- Reintroduce bland food: When you do this, start with small amounts of bland food like boiled potatoes, soft white rice, and well-cooked, skinless, unseasoned chicken. You could even try baby food that’s free of any type of garlic and onion.
Like with humans, it’s difficult to give your dog any kind of medicine when he can’t keep anything down. But here are some common treatments you might want to consider. As with any treatment, always consult a vet before giving your pet medicine or supplements.
It can help to give your dog a little bit of bismuth subsalicylate, like Pepto-Bismol, crushed and mixed with water (the amount will depend on your dog’s weight — consult your veterinarian). Talk with your vet first before giving your dog an antacid to make sure that the medicine is safe for your dog.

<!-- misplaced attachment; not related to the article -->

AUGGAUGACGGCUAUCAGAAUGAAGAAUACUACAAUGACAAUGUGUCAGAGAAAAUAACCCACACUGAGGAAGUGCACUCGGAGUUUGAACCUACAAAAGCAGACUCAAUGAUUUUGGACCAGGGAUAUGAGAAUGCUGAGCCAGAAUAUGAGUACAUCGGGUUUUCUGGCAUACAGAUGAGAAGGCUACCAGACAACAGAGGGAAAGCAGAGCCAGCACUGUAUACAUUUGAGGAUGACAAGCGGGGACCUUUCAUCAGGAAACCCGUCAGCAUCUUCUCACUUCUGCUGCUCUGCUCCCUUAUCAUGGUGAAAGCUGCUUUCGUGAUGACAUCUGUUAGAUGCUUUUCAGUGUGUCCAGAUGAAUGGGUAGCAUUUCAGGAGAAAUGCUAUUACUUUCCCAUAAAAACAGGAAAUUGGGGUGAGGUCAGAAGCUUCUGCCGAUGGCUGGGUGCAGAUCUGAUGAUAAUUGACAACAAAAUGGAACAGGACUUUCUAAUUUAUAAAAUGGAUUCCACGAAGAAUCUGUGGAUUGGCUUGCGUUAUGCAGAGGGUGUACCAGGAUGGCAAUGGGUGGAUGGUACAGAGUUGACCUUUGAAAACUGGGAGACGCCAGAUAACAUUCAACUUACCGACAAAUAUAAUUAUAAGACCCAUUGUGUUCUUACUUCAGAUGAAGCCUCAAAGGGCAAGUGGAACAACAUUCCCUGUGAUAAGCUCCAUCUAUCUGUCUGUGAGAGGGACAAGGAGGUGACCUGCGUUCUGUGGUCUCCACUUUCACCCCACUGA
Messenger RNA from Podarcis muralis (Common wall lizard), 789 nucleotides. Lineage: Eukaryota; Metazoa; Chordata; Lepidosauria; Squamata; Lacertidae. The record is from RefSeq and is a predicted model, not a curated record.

A long-term solution to ongoing digestive issues could be a dog probiotic. Probiotics for dogs work the same way as they do for humans. They’re formulas containing living, gut-friendly bacteria found naturally in the digestive tract and other areas of the body.
The goal of ingesting probiotics is to maintain healthy levels of good bacteria, prevent gastrointestinal problems, and boost the immune system after it’s been disrupted by illness, infection, antibiotic treatment, or other stressors.
There are a ton of pet probiotic products available, so be sure to read our article that highlights the best probiotics for dogs and includes more information on how these products can help solve your pup’s digestive problems.